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I'm trying to drill some 5-10mm holes in 1-1.5mm thick steel. I'm using a DeWalt DCD777 18V cordless drill with Bosch HSS bits (which claim they're made for drilling into metal). Both the drill and the bits are brand new.

No matter what I do, the bit almost always binds into the metal just as it's about to exit the piece I'm drilling, starts twisting inside the chuck, and gets damaged.

Here's a photo of the damaged bits. You can see, especially on the bottom of the bigger one, how the inside of the chuck rips into the bits.

Now, my question is not about how to stop the bits from binding, I've found plenty of advice about that. My question is, is it normal for the bits to slip like this once they do bind? I've been told that a keyless chuck is not as secure as a keyed chuck, which of course makes sense, but how can I tell if it's normal behavior or a faulty chuck? As I said, the drill is brand new, I can still return it and get a refund (or another drill), but I'd prefer to do this only if the machine is actually faulty.

I am pretty sure I tightened the chuck as much as it's possible to do by hand. I'm a pretty strong guy, and the method I use is: one hand on tool, the other on the chuck sleeve; tighten as hard as I can, until I can no longer get it to ratchet. I've also seen videos like this, which advise to back up the chuck a bit after tightening it, to engage the spindle lock, and I tried that too.

The bits do not slip at all when drilling into wood, even on holes as deep as the bit is long. Even when drilling steel, they only slip when the bit actually binds.

So, any tips on how to tell if a chuck is weak?

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  • They don't slip with mine - and I use a mixture of cheap and more expensive bits. Usually when the bit "locks" in the work then the slipping torque clutch operate on the drill instead of the bit spinning in the chuck. – Solar Mike Jan 16 at 9:03
  • Also, I find no difference between keyless and keyed chucks for bit holding but there is a difference in speed of use. – Solar Mike Jan 16 at 9:04
  • I'm using the drill setting on the tool, which I believe disables the clutch. It won't skip, no matter how strong it binds, so something has to give, either the piece I'm drilling (clamped too securely to the worktable), the bit (stuck fast in the metal), the chuck, or my hand, right? – Victor Stanciu Jan 16 at 9:13
  • @VictorStanciu- most new drills have 2 or more drill settings. DeWalt drills have a dedicated drill setting (this is the collar just below the chuck) and a 1-10 (?) clutch dial that allows the clutch to slip depending on the torque. – ojait Jan 16 at 16:59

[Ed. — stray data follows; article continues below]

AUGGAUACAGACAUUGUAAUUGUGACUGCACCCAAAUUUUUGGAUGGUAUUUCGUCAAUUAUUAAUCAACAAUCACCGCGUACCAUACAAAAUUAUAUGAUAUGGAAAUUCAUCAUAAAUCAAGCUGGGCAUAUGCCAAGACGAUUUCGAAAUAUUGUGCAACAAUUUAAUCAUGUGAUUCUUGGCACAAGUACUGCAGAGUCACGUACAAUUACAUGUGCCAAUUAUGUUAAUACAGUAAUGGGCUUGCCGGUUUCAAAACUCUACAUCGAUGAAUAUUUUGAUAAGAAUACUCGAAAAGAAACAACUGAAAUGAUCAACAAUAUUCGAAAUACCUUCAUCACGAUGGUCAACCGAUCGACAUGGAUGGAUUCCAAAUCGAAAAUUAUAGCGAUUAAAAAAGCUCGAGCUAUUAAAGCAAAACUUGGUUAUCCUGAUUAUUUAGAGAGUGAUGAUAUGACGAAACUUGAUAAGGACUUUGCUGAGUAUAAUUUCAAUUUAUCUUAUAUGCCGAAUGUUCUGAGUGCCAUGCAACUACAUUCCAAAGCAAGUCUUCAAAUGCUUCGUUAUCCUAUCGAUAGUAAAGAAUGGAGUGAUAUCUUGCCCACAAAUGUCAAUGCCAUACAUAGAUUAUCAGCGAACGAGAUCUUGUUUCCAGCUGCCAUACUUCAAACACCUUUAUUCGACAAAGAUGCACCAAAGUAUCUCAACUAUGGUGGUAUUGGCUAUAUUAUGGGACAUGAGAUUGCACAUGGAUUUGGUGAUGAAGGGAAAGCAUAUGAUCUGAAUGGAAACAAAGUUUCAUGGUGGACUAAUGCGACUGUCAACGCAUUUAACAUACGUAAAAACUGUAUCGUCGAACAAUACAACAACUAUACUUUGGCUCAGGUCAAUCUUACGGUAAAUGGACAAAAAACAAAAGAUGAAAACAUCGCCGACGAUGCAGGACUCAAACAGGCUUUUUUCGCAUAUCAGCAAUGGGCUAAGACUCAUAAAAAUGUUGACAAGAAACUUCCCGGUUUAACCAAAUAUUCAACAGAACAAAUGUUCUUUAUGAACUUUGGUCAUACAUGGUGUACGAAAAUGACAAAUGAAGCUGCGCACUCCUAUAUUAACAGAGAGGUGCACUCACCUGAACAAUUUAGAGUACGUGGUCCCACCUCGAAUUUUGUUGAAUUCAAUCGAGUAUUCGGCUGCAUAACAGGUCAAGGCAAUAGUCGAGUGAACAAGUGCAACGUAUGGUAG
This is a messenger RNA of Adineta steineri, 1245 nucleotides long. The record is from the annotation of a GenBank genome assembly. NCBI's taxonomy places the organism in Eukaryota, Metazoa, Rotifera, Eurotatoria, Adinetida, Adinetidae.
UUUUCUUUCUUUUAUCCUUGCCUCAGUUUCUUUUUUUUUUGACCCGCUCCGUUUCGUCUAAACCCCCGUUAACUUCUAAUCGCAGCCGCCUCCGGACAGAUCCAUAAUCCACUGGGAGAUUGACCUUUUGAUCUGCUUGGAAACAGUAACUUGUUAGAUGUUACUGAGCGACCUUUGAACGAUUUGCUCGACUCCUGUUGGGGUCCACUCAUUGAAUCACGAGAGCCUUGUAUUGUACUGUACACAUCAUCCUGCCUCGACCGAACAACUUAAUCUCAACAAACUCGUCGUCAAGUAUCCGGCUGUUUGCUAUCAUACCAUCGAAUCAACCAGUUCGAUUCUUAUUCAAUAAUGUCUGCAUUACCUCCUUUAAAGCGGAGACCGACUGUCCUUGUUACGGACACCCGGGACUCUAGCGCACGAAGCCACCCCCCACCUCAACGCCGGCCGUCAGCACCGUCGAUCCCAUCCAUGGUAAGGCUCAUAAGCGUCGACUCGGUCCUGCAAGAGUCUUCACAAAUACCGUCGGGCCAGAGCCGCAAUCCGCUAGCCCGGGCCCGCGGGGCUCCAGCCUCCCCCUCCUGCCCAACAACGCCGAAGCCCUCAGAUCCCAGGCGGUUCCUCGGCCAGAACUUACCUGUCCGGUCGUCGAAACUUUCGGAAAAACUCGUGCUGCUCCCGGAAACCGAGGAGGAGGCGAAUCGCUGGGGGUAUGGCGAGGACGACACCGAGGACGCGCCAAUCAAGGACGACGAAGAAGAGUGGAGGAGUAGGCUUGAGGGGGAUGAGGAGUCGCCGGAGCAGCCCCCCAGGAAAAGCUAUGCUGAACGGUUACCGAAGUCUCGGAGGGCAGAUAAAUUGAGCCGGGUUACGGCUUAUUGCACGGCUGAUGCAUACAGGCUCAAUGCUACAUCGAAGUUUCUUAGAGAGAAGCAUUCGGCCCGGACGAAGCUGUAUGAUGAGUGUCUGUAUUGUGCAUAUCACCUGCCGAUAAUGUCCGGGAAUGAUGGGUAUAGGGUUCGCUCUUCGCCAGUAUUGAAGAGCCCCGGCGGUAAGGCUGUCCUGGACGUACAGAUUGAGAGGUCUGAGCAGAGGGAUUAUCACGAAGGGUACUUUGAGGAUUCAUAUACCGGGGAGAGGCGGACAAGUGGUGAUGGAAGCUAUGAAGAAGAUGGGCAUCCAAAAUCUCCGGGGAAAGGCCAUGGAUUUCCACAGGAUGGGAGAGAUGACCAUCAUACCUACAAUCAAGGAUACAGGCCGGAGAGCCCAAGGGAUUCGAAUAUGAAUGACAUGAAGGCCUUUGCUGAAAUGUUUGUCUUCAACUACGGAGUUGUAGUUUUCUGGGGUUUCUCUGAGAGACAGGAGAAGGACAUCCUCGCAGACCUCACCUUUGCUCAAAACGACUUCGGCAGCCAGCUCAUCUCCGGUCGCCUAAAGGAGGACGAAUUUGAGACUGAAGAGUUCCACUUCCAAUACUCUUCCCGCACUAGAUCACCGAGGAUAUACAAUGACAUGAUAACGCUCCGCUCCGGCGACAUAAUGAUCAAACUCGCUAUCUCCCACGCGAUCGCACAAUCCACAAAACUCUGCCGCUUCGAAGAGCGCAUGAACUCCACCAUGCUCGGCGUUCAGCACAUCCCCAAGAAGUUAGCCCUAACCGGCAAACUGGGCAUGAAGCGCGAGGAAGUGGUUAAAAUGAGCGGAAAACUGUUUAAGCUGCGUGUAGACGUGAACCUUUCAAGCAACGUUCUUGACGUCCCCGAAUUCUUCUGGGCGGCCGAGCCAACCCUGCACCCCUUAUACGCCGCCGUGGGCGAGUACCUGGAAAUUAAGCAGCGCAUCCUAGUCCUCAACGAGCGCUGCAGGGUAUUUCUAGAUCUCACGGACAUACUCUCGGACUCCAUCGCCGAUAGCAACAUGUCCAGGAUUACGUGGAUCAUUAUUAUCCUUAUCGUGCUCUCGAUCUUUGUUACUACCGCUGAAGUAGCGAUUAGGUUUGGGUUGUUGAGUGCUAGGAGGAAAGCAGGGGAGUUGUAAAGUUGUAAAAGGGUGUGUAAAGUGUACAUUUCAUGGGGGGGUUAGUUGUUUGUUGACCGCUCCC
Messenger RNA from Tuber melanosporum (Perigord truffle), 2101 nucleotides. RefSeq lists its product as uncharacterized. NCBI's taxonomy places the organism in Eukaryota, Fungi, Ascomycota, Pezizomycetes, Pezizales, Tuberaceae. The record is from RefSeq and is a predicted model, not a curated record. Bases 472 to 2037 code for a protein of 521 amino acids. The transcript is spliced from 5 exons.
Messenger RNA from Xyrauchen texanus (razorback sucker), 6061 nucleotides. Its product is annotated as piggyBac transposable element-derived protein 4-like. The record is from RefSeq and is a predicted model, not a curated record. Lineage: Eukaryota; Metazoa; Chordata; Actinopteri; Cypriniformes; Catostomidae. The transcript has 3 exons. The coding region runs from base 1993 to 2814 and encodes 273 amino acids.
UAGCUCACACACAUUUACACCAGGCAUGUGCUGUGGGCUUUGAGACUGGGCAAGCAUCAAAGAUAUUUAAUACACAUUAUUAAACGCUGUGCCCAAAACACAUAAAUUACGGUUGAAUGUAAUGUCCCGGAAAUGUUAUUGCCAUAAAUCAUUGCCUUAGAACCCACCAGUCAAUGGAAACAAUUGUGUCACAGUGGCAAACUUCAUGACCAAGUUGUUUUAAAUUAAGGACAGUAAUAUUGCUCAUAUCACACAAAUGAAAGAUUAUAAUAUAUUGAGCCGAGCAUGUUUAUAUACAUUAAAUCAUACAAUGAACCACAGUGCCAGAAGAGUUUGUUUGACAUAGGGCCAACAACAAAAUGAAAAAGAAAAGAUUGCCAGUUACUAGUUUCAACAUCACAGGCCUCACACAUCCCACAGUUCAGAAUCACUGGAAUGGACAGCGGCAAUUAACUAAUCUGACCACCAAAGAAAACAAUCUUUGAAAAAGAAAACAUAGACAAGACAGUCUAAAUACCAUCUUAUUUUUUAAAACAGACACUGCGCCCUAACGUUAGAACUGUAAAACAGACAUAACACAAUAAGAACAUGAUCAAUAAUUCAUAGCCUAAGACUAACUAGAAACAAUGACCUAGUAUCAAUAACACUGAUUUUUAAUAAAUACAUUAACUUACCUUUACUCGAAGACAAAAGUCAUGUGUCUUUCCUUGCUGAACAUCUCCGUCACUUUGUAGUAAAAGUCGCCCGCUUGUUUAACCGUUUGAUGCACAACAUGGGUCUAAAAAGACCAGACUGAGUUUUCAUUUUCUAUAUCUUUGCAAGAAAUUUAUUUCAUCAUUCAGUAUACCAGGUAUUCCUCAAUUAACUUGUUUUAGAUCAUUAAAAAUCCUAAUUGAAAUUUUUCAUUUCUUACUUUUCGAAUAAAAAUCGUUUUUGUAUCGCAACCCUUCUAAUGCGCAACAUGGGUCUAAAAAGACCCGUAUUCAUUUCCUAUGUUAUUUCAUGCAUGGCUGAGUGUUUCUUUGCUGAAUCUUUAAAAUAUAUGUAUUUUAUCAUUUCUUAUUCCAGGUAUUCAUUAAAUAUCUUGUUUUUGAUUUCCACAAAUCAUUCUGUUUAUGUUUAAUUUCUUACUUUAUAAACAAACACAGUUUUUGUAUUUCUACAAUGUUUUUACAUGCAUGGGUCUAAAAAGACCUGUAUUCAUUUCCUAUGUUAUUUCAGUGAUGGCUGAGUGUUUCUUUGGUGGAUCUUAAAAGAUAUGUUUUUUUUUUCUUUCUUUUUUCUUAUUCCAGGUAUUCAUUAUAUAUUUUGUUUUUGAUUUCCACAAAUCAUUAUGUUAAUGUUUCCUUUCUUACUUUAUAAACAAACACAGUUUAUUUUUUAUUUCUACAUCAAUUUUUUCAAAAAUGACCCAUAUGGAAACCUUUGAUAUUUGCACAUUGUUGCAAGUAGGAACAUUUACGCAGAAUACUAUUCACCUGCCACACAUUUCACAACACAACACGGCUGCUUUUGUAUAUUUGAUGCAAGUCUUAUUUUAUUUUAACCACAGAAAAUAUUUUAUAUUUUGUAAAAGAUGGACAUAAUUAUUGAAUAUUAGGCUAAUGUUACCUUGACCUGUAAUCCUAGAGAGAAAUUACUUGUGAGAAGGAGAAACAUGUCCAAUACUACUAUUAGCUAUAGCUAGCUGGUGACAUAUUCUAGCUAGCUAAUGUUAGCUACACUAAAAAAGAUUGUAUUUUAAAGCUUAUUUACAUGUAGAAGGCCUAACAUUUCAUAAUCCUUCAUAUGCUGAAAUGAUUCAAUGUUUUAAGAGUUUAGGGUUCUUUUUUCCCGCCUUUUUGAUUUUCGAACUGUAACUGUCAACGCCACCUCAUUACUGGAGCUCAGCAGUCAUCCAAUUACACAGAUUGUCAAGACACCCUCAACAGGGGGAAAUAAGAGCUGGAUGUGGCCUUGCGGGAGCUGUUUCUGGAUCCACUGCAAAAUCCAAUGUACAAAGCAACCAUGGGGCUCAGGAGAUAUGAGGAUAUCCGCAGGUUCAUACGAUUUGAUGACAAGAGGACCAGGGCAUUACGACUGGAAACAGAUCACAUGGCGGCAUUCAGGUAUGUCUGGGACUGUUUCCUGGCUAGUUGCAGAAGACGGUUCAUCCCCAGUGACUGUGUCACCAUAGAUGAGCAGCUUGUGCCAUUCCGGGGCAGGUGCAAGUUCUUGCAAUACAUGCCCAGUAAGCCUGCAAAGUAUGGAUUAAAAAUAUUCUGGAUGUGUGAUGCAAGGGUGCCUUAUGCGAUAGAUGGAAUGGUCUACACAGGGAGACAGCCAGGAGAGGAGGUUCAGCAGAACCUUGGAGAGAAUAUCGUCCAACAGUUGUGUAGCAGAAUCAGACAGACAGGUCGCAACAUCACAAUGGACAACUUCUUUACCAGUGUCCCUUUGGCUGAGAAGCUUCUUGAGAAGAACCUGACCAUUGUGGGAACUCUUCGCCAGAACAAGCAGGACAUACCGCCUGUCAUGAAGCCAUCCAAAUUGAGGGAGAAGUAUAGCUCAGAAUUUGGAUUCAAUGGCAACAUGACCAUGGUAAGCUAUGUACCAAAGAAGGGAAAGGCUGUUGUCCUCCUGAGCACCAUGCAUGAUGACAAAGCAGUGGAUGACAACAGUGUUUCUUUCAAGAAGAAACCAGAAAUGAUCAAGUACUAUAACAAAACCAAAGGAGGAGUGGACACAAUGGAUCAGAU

• @ojait on my model they're unfortunately on the same collar. You can't select the drill setting and the torque: i.imgur.com/skJqabO.jpg. Only the speed can be chosen independently. – Victor Stanciu Jan 16 at 17:07
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Yes. It's a common occurrence especially when I use a DeWalt keyless chuck. If the chuck is sized for 1/2 inch capacity it will happen more than 3/8 or 1/4 inch chucks (from my observations).

If I really need a driver or a bit to remain secure and the chuck to keep a solid bite I'll tighten the chuck with Channel Lock pliers or something similar. Grip the chuck with pliers and slowly press the switch until the drill is almost ready to leave your hand.

To facilitate the bit not binding just before it completes the boring task; apply lubricant just after you start the opening. It also helps to keep the bit at a 90 degree orientation (if applicable). Also drilling with the RPM's on 2 setting (fast), but intermittently pressing the trigger (goosing) will make it easier on the bit and the drill with less binding.

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  • I can’t believe that you need pliers... I find I can grip the chuck by hand and overide the motor whichever gear it is in. – Solar Mike Jan 16 at 17:18
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    @ojait Thanks a lot for your answer, it set my mind at ease about the drill. I've meanwhile ordered a high quality step bit (as tested by Project Farm) to help with these particular holes, and I'll definitely try the technique you describe too. Thanks again! – Victor Stanciu Jan 16 at 18:38
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    No chuck will hold a round bit from slipping if it jams at high power. What you can do is grind flats on bit end in chuck. When almost at end should let up on pressure and go slow. Cause is breaking though steel only a little bit, the rest of hole is still there and catches the bit below the tip. – crip659 Jan 16 at 22:19

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